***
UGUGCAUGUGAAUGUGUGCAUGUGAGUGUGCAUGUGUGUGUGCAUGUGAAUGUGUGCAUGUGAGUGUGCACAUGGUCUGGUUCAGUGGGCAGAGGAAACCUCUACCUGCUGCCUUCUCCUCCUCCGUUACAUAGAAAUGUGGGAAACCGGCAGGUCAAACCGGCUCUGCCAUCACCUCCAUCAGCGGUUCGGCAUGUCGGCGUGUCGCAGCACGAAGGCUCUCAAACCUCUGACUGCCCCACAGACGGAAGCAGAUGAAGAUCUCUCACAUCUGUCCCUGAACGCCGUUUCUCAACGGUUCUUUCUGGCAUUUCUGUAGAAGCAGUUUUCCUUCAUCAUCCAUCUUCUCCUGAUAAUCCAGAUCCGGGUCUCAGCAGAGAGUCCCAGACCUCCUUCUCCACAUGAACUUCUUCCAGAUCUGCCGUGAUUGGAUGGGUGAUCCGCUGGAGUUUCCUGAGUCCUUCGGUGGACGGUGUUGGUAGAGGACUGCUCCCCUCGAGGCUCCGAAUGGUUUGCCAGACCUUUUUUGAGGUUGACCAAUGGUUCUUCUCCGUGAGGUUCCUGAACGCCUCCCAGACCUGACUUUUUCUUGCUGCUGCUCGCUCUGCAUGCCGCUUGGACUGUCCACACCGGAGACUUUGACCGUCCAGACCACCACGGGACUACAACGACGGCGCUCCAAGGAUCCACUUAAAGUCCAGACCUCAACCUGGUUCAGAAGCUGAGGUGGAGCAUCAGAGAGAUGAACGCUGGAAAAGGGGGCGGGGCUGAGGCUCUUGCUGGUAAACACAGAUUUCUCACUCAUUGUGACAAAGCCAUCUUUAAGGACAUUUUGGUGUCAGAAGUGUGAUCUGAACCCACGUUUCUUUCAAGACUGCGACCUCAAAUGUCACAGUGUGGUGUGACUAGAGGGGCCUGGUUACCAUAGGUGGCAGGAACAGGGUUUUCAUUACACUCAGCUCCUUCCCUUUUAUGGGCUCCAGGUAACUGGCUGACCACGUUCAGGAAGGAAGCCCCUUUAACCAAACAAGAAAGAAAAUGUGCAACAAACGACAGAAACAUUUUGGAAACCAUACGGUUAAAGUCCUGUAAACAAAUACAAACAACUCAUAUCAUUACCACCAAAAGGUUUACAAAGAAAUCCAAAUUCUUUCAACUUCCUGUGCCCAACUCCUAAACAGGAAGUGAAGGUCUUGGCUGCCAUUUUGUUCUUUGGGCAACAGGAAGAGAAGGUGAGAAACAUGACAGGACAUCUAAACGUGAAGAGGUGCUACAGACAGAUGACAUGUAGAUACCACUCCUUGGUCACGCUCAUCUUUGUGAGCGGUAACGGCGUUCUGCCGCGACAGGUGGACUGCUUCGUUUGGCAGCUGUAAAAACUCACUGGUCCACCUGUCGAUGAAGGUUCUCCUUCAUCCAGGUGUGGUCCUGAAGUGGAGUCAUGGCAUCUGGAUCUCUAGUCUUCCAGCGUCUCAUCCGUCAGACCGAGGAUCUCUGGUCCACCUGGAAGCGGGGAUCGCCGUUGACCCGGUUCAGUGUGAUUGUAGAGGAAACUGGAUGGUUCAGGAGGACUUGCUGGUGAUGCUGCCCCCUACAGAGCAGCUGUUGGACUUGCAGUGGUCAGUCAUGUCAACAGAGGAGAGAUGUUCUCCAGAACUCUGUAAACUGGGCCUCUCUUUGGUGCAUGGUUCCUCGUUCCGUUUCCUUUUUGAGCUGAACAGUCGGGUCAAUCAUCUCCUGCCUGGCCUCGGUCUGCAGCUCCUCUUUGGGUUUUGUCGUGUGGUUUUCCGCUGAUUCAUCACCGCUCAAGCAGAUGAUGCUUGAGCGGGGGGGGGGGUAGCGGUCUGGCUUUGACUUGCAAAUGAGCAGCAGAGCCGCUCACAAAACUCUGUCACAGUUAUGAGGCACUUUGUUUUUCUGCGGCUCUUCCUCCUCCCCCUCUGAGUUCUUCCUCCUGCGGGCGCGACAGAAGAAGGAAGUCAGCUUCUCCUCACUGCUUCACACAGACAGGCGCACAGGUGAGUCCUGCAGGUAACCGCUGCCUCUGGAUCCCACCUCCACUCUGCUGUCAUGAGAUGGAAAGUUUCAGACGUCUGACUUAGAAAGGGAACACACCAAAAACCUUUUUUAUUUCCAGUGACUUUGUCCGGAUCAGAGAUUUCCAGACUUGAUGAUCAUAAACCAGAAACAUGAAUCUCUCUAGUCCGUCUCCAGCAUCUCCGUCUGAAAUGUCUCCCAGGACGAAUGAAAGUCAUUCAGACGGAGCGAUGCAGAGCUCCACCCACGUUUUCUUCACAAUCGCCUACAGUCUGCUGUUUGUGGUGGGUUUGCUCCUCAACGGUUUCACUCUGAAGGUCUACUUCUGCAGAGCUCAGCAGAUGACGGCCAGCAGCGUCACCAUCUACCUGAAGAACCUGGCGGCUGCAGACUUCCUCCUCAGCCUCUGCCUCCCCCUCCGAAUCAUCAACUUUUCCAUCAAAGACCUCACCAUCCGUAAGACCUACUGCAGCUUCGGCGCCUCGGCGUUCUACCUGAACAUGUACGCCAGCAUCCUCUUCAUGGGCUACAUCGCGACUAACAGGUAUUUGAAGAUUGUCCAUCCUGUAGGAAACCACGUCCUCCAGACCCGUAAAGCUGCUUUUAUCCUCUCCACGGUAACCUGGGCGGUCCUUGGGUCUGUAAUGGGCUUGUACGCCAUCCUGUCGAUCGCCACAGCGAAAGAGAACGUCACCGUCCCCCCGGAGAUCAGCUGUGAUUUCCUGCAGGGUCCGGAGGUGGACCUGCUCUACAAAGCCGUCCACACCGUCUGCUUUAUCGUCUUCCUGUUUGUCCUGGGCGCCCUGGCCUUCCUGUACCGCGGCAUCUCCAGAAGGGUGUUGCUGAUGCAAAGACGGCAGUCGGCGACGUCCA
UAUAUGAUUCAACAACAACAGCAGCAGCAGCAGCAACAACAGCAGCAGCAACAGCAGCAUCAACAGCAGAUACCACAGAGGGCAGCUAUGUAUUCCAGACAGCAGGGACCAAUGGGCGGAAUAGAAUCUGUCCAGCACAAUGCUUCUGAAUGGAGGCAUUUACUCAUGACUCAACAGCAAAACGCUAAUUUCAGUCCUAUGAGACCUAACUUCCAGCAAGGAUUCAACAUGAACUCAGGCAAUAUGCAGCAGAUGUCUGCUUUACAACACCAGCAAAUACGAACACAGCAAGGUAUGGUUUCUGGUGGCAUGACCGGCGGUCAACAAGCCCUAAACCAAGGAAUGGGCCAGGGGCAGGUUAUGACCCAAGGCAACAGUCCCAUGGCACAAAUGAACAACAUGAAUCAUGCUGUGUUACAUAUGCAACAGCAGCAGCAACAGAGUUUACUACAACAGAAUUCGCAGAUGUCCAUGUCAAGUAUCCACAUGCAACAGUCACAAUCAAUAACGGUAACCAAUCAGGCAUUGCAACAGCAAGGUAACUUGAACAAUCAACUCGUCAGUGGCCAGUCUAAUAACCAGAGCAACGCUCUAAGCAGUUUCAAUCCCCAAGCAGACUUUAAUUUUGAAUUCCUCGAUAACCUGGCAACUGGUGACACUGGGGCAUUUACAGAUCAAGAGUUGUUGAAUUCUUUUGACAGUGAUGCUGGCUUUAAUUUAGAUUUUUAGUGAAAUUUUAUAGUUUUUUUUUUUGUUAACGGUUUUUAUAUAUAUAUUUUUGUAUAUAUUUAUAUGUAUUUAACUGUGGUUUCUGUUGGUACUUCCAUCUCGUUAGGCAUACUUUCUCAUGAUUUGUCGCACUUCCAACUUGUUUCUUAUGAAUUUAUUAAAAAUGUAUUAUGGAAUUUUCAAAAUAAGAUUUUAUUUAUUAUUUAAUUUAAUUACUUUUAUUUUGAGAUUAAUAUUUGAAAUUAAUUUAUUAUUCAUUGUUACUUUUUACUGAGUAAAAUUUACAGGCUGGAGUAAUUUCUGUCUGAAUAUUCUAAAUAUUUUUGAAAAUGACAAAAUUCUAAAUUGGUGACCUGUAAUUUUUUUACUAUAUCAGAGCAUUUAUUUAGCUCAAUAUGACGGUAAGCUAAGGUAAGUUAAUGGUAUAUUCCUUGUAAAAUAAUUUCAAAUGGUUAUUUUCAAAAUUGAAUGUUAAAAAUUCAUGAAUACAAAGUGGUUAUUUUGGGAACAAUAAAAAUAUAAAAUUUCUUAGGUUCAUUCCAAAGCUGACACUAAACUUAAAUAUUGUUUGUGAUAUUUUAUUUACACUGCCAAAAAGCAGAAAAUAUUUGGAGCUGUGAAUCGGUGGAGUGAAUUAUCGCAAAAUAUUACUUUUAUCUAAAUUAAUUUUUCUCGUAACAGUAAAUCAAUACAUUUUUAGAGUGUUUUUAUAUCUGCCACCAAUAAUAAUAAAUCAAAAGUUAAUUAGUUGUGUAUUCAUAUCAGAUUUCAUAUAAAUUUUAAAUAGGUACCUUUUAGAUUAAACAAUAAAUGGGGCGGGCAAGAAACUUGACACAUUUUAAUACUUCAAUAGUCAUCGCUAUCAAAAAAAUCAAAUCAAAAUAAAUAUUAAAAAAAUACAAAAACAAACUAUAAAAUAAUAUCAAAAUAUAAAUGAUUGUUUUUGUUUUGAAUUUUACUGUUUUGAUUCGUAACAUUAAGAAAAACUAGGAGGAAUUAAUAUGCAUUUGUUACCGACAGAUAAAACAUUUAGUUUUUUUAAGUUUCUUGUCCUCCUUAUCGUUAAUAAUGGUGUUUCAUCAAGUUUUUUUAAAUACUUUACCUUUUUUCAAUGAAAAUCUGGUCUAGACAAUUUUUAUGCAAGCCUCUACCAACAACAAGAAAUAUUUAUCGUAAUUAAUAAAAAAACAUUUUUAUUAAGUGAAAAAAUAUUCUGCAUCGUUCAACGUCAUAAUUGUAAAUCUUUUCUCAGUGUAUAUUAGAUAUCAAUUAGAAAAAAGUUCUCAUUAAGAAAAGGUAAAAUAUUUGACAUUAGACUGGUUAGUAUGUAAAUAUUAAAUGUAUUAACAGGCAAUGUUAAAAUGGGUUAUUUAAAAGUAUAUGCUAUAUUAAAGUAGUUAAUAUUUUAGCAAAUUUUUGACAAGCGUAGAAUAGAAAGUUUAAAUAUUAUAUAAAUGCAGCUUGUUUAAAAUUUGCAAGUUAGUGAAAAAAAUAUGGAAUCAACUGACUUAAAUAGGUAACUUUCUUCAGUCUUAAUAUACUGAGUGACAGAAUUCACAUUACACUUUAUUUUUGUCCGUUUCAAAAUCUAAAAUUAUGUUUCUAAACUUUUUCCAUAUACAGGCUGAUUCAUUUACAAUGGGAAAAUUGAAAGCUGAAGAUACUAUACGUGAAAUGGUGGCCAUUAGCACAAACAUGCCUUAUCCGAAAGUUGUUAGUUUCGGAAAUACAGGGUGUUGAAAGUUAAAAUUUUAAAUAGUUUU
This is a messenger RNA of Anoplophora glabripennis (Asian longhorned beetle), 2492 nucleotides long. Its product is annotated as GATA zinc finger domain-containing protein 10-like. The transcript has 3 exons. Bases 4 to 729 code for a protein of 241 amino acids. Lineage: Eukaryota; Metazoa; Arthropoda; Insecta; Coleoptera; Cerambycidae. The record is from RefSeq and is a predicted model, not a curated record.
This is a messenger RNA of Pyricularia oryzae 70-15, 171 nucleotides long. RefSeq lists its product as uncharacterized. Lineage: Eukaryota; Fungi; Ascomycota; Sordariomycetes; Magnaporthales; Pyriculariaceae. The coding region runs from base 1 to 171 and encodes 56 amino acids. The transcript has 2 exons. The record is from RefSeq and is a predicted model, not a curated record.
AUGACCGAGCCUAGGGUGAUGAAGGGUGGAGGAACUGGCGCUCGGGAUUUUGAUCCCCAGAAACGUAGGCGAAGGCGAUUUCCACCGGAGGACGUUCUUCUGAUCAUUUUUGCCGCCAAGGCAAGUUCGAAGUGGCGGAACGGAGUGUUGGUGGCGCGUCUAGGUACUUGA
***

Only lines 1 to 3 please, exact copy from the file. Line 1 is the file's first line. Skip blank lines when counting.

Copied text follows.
UGUGCAUGUGAAUGUGUGCAUGUGAGUGUGCAUGUGUGUGUGCAUGUGAAUGUGUGCAUGUGAGUGUGCACAUGGUCUGGUUCAGUGGGCAGAGGAAACCUCUACCUGCUGCCUUCUCCUCCUCCGUUACAUAGAAAUGUGGGAAACCGGCAGGUCAAACCGGCUCUGCCAUCACCUCCAUCAGCGGUUCGGCAUGUCGGCGUGUCGCAGCACGAAGGCUCUCAAACCUCUGACUGCCCCACAGACGGAAGCAGAUGAAGAUCUCUCACAUCUGUCCCUGAACGCCGUUUCUCAACGGUUCUUUCUGGCAUUUCUGUAGAAGCAGUUUUCCUUCAUCAUCCAUCUUCUCCUGAUAAUCCAGAUCCGGGUCUCAGCAGAGAGUCCCAGACCUCCUUCUCCACAUGAACUUCUUCCAGAUCUGCCGUGAUUGGAUGGGUGAUCCGCUGGAGUUUCCUGAGUCCUUCGGUGGACGGUGUUGGUAGAGGACUGCUCCCCUCGAGGCUCCGAAUGGUUUGCCAGACCUUUUUUGAGGUUGACCAAUGGUUCUUCUCCGUGAGGUUCCUGAACGCCUCCCAGACCUGACUUUUUCUUGCUGCUGCUCGCUCUGCAUGCCGCUUGGACUGUCCACACCGGAGACUUUGACCGUCCAGACCACCACGGGACUACAACGACGGCGCUCCAAGGAUCCACUUAAAGUCCAGACCUCAACCUGGUUCAGAAGCUGAGGUGGAGCAUCAGAGAGAUGAACGCUGGAAAAGGGGGCGGGGCUGAGGCUCUUGCUGGUAAACACAGAUUUCUCACUCAUUGUGACAAAGCCAUCUUUAAGGACAUUUUGGUGUCAGAAGUGUGAUCUGAACCCACGUUUCUUUCAAGACUGCGACCUCAAAUGUCACAGUGUGGUGUGACUAGAGGGGCCUGGUUACCAUAGGUGGCAGGAACAGGGUUUUCAUUACACUCAGCUCCUUCCCUUUUAUGGGCUCCAGGUAACUGGCUGACCACGUUCAGGAAGGAAGCCCCUUUAACCAAACAAGAAAGAAAAUGUGCAACAAACGACAGAAACAUUUUGGAAACCAUACGGUUAAAGUCCUGUAAACAAAUACAAACAACUCAUAUCAUUACCACCAAAAGGUUUACAAAGAAAUCCAAAUUCUUUCAACUUCCUGUGCCCAACUCCUAAACAGGAAGUGAAGGUCUUGGCUGCCAUUUUGUUCUUUGGGCAACAGGAAGAGAAGGUGAGAAACAUGACAGGACAUCUAAACGUGAAGAGGUGCUACAGACAGAUGACAUGUAGAUACCACUCCUUGGUCACGCUCAUCUUUGUGAGCGGUAACGGCGUUCUGCCGCGACAGGUGGACUGCUUCGUUUGGCAGCUGUAAAAACUCACUGGUCCACCUGUCGAUGAAGGUUCUCCUUCAUCCAGGUGUGGUCCUGAAGUGGAGUCAUGGCAUCUGGAUCUCUAGUCUUCCAGCGUCUCAUCCGUCAGACCGAGGAUCUCUGGUCCACCUGGAAGCGGGGAUCGCCGUUGACCCGGUUCAGUGUGAUUGUAGAGGAAACUGGAUGGUUCAGGAGGACUUGCUGGUGAUGCUGCCCCCUACAGAGCAGCUGUUGGACUUGCAGUGGUCAGUCAUGUCAACAGAGGAGAGAUGUUCUCCAGAACUCUGUAAACUGGGCCUCUCUUUGGUGCAUGGUUCCUCGUUCCGUUUCCUUUUUGAGCUGAACAGUCGGGUCAAUCAUCUCCUGCCUGGCCUCGGUCUGCAGCUCCUCUUUGGGUUUUGUCGUGUGGUUUUCCGCUGAUUCAUCACCGCUCAAGCAGAUGAUGCUUGAGCGGGGGGGGGGGUAGCGGUCUGGCUUUGACUUGCAAAUGAGCAGCAGAGCCGCUCACAAAACUCUGUCACAGUUAUGAGGCACUUUGUUUUUCUGCGGCUCUUCCUCCUCCCCCUCUGAGUUCUUCCUCCUGCGGGCGCGACAGAAGAAGGAAGUCAGCUUCUCCUCACUGCUUCACACAGACAGGCGCACAGGUGAGUCCUGCAGGUAACCGCUGCCUCUGGAUCCCACCUCCACUCUGCUGUCAUGAGAUGGAAAGUUUCAGACGUCUGACUUAGAAAGGGAACACACCAAAAACCUUUUUUAUUUCCAGUGACUUUGUCCGGAUCAGAGAUUUCCAGACUUGAUGAUCAUAAACCAGAAACAUGAAUCUCUCUAGUCCGUCUCCAGCAUCUCCGUCUGAAAUGUCUCCCAGGACGAAUGAAAGUCAUUCAGACGGAGCGAUGCAGAGCUCCACCCACGUUUUCUUCACAAUCGCCUACAGUCUGCUGUUUGUGGUGGGUUUGCUCCUCAACGGUUUCACUCUGAAGGUCUACUUCUGCAGAGCUCAGCAGAUGACGGCCAGCAGCGUCACCAUCUACCUGAAGAACCUGGCGGCUGCAGACUUCCUCCUCAGCCUCUGCCUCCCCCUCCGAAUCAUCAACUUUUCCAUCAAAGACCUCACCAUCCGUAAGACCUACUGCAGCUUCGGCGCCUCGGCGUUCUACCUGAACAUGUACGCCAGCAUCCUCUUCAUGGGCUACAUCGCGACUAACAGGUAUUUGAAGAUUGUCCAUCCUGUAGGAAACCACGUCCUCCAGACCCGUAAAGCUGCUUUUAUCCUCUCCACGGUAACCUGGGCGGUCCUUGGGUCUGUAAUGGGCUUGUACGCCAUCCUGUCGAUCGCCACAGCGAAAGAGAACGUCACCGUCCCCCCGGAGAUCAGCUGUGAUUUCCUGCAGGGUCCGGAGGUGGACCUGCUCUACAAAGCCGUCCACACCGUCUGCUUUAUCGUCUUCCUGUUUGUCCUGGGCGCCCUGGCCUUCCUGUACCGCGGCAUCUCCAGAAGGGUGUUGCUGAUGCAAAGACGGCAGUCGGCGACGUCCA
UAUAUGAUUCAACAACAACAGCAGCAGCAGCAGCAACAACAGCAGCAGCAACAGCAGCAUCAACAGCAGAUACCACAGAGGGCAGCUAUGUAUUCCAGACAGCAGGGACCAAUGGGCGGAAUAGAAUCUGUCCAGCACAAUGCUUCUGAAUGGAGGCAUUUACUCAUGACUCAACAGCAAAACGCUAAUUUCAGUCCUAUGAGACCUAACUUCCAGCAAGGAUUCAACAUGAACUCAGGCAAUAUGCAGCAGAUGUCUGCUUUACAACACCAGCAAAUACGAACACAGCAAGGUAUGGUUUCUGGUGGCAUGACCGGCGGUCAACAAGCCCUAAACCAAGGAAUGGGCCAGGGGCAGGUUAUGACCCAAGGCAACAGUCCCAUGGCACAAAUGAACAACAUGAAUCAUGCUGUGUUACAUAUGCAACAGCAGCAGCAACAGAGUUUACUACAACAGAAUUCGCAGAUGUCCAUGUCAAGUAUCCACAUGCAACAGUCACAAUCAAUAACGGUAACCAAUCAGGCAUUGCAACAGCAAGGUAACUUGAACAAUCAACUCGUCAGUGGCCAGUCUAAUAACCAGAGCAACGCUCUAAGCAGUUUCAAUCCCCAAGCAGACUUUAAUUUUGAAUUCCUCGAUAACCUGGCAACUGGUGACACUGGGGCAUUUACAGAUCAAGAGUUGUUGAAUUCUUUUGACAGUGAUGCUGGCUUUAAUUUAGAUUUUUAGUGAAAUUUUAUAGUUUUUUUUUUUGUUAACGGUUUUUAUAUAUAUAUUUUUGUAUAUAUUUAUAUGUAUUUAACUGUGGUUUCUGUUGGUACUUCCAUCUCGUUAGGCAUACUUUCUCAUGAUUUGUCGCACUUCCAACUUGUUUCUUAUGAAUUUAUUAAAAAUGUAUUAUGGAAUUUUCAAAAUAAGAUUUUAUUUAUUAUUUAAUUUAAUUACUUUUAUUUUGAGAUUAAUAUUUGAAAUUAAUUUAUUAUUCAUUGUUACUUUUUACUGAGUAAAAUUUACAGGCUGGAGUAAUUUCUGUCUGAAUAUUCUAAAUAUUUUUGAAAAUGACAAAAUUCUAAAUUGGUGACCUGUAAUUUUUUUACUAUAUCAGAGCAUUUAUUUAGCUCAAUAUGACGGUAAGCUAAGGUAAGUUAAUGGUAUAUUCCUUGUAAAAUAAUUUCAAAUGGUUAUUUUCAAAAUUGAAUGUUAAAAAUUCAUGAAUACAAAGUGGUUAUUUUGGGAACAAUAAAAAUAUAAAAUUUCUUAGGUUCAUUCCAAAGCUGACACUAAACUUAAAUAUUGUUUGUGAUAUUUUAUUUACACUGCCAAAAAGCAGAAAAUAUUUGGAGCUGUGAAUCGGUGGAGUGAAUUAUCGCAAAAUAUUACUUUUAUCUAAAUUAAUUUUUCUCGUAACAGUAAAUCAAUACAUUUUUAGAGUGUUUUUAUAUCUGCCACCAAUAAUAAUAAAUCAAAAGUUAAUUAGUUGUGUAUUCAUAUCAGAUUUCAUAUAAAUUUUAAAUAGGUACCUUUUAGAUUAAACAAUAAAUGGGGCGGGCAAGAAACUUGACACAUUUUAAUACUUCAAUAGUCAUCGCUAUCAAAAAAAUCAAAUCAAAAUAAAUAUUAAAAAAAUACAAAAACAAACUAUAAAAUAAUAUCAAAAUAUAAAUGAUUGUUUUUGUUUUGAAUUUUACUGUUUUGAUUCGUAACAUUAAGAAAAACUAGGAGGAAUUAAUAUGCAUUUGUUACCGACAGAUAAAACAUUUAGUUUUUUUAAGUUUCUUGUCCUCCUUAUCGUUAAUAAUGGUGUUUCAUCAAGUUUUUUUAAAUACUUUACCUUUUUUCAAUGAAAAUCUGGUCUAGACAAUUUUUAUGCAAGCCUCUACCAACAACAAGAAAUAUUUAUCGUAAUUAAUAAAAAAACAUUUUUAUUAAGUGAAAAAAUAUUCUGCAUCGUUCAACGUCAUAAUUGUAAAUCUUUUCUCAGUGUAUAUUAGAUAUCAAUUAGAAAAAAGUUCUCAUUAAGAAAAGGUAAAAUAUUUGACAUUAGACUGGUUAGUAUGUAAAUAUUAAAUGUAUUAACAGGCAAUGUUAAAAUGGGUUAUUUAAAAGUAUAUGCUAUAUUAAAGUAGUUAAUAUUUUAGCAAAUUUUUGACAAGCGUAGAAUAGAAAGUUUAAAUAUUAUAUAAAUGCAGCUUGUUUAAAAUUUGCAAGUUAGUGAAAAAAAUAUGGAAUCAACUGACUUAAAUAGGUAACUUUCUUCAGUCUUAAUAUACUGAGUGACAGAAUUCACAUUACACUUUAUUUUUGUCCGUUUCAAAAUCUAAAAUUAUGUUUCUAAACUUUUUCCAUAUACAGGCUGAUUCAUUUACAAUGGGAAAAUUGAAAGCUGAAGAUACUAUACGUGAAAUGGUGGCCAUUAGCACAAACAUGCCUUAUCCGAAAGUUGUUAGUUUCGGAAAUACAGGGUGUUGAAAGUUAAAAUUUUAAAUAGUUUU
This is a messenger RNA of Anoplophora glabripennis (Asian longhorned beetle), 2492 nucleotides long. Its product is annotated as GATA zinc finger domain-containing protein 10-like. The transcript has 3 exons. Bases 4 to 729 code for a protein of 241 amino acids. Lineage: Eukaryota; Metazoa; Arthropoda; Insecta; Coleoptera; Cerambycidae. The record is from RefSeq and is a predicted model, not a curated record.